Medical Research

Memorial Sloan-Kettering Cancer Center

Adrienne Boire, Christine Iacobuzio-Donahue, Dana Pe’er
New York, NY
December 2019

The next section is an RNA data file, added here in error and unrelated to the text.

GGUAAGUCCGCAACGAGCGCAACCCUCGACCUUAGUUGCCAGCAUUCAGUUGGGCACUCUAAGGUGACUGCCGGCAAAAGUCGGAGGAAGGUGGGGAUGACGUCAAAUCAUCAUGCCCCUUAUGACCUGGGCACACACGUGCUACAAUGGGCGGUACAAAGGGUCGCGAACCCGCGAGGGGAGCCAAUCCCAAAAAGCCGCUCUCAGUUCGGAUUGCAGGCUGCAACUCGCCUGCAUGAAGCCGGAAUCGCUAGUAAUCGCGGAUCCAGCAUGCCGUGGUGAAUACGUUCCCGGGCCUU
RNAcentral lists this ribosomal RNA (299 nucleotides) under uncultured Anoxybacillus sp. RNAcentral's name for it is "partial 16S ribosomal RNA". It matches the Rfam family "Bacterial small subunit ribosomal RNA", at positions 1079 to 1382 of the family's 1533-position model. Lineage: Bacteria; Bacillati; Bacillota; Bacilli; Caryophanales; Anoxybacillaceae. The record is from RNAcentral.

Spread of cancer cells into the spinal fluid, or leptomeningeal metastasis (LM), is an increasingly common complication of cancer that results in rapid neurologic disability and death.  The molecular mechanisms that underlie cancer cell entry into this space remain poorly understood.  Preliminary data from both patient samples and mouse models suggest that certain cancer cells exploit the immune system to gain characteristics that enables them to live and grow in the spinal fluid, which is nutritionally sparse with limited oxygen, protein, glucose, lipids, and micronutrients essential for cell growth.  A team of three investigators at Memorial Sloan-Kettering Cancer Center plans to determine the mechanisms by which cancer cells become able to survive and grow within the spinal fluid environment.  The team hypothesizes that circulating cancer cells enter a structure called the choroid plexus.  Once in this structure, immune cells kill many cancer cells, but certain cells survive this selection, follow immune cells into the spinal fluid and live within this unfavorable environment.  To study these processes, the team proposes to subject patient spinal fluid samples and tissues to advanced analytical techniques to generate an LM “atlas” that describes molecular characteristics of cancer cells capable of living within the spinal fluid.  They will also employ their established mouse models of LM to further investigate the molecular characteristics of these populations of cancer cells.  This translational approach will improve understanding of the essential steps that govern cancer and immune cell entry into the spinal fluid and could provide new insights into therapeutic approaches for cancer metastasis.

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